Gilbane Building Company recently reached important milestones on two K-12 projects in the Commonwealth, as the firm celebrated the official topping off of the new Florence Roche Elementary School in Groton, Massachusetts, and the ceremonial ribbon cutting of Annie E. Fales Elementary in Westborough, Massachusetts.

Upon completion, the new Florence Roche Elementary School will accommodate 645 students in kindergarten through grade four and will feature a two-story design which organizes grade-level learning neighborhoods into two academic wings with shared project areas, dedicated special education rooms and support spaces.

The first net-positive energy public school in the state of Massachusetts, Annie E. Fales consumes less than two-thirds of the energy used by a comparable code-compliant building and accommodates 400 kindergarten-through-third grade students, with five classrooms per grade plus one float classroom.

“Successfully achieving these milestones with the Groton and Westborough communities despite lingering pandemic-related challenges related to supply chain disruptions further solidifies our team’s commitment to delivering state-of-the-art K-12 facilities throughout the Commonwealth,” said Mike O'Brien, senior vice president and business unit leader for Gilbane in Massachusetts. “These new facilities offer premier 21st-century learning environments for our state’s youngest learners, featuring sustainability components of the future that these districts can truly be proud of.”

Annie E. Fales Elementary School – Westborough, Massachusetts

The new Annie E. Fales Elementary School in Westborough officially opened its doors to students and faculty in November 2022. However, on Jan. 9, local and state officials joined representatives from the Westborough School District, the Massachusetts School Building Authority, The Vertex Companies, Gilbane Building Company and HMFH Architects to celebrate the official ribbon cutting ceremony and open house for the new 70,000-square-foot elementary school.

The first net-positive public school in Massachusetts, Fales Elementary School supports Westborough’s goal to be carbon emissions free by 2035. As a LEED Gold and LEED Zero designed school, sustainability and energy goals are achieved through a combination of reducing energy demand and producing electricity with a rooftop solar voltaic system. The school’s ground-floor public spaces—the cafetorium, gymnasium and administrative offices—are built into the hillside to reduce heat loss. Rooftop monitors and solar panel arrays harvest both daylight and solar energy, while 40 geothermal wells enable the building to operate entirely on electric energy.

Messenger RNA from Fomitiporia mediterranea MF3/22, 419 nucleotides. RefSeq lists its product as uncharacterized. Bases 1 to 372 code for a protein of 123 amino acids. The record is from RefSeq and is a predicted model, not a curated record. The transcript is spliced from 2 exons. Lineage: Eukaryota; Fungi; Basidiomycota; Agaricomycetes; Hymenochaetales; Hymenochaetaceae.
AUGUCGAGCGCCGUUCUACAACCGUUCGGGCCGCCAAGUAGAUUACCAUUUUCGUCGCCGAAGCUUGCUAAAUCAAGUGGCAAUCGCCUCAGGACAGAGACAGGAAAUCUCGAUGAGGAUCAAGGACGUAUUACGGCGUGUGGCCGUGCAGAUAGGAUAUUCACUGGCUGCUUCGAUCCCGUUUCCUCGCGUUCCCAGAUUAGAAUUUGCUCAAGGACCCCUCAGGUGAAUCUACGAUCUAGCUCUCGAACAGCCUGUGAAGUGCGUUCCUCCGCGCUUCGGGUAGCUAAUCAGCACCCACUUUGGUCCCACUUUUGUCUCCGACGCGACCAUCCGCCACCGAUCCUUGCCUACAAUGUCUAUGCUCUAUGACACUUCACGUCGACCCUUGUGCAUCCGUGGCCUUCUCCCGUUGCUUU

Since school operations commenced in November, the solar panels have already produced 700,000 kilowatt hours.

Florence Roche Elementary School – Groton, Massachusetts

In January, officials from Groton Public Schools, the Commonwealth of Massachusetts and the town of Groton joined students, educators and representatives from Leftfield, Studio G Architects and Gilbane Building Company to celebrate the official topping off of the 110,000-square-foot Florence Roche Elementary School.

Designed by Studio G with Leftfield serving as the owner’s project manager and Gilbane as construction manager, the new facility will address growing concerns regarding the state of the existing facility, originally constructed in the 1950s, and accommodate 645 students in grades kindergarten through four.

The new school will support 21st-century learning and Universal Design for Learning, two important components of Groton Dunstable Regional School District’s educational program. The two-story design organizes grade-level learning neighborhoods into two academic wings with shared project areas, dedicated special education rooms and support spaces. In addition, the cafeteria and gymnasium are located off the entry lobby for easy public access and feature a shared stage for performances in either area. Other shared learning spaces include a media center, an outdoor learning lab, a STEM lab with an outdoor patio for student projects, and music and art classrooms.

Since the start of construction in May 2022, the project has maintained its schedule with over 34,000 safe and incident-free trade hours. In achieving this important project milestone, the team took a collaborative approach in expediting the steel shop drawing review and approval periods to support the start of steel erection three weeks earlier than planned. This allowed the approximately 2,500 pieces, or 700 tons, of structural steel frame to be erected ahead of the New England winter months.

Florence Roche Elementary School is slated for completion by 2024.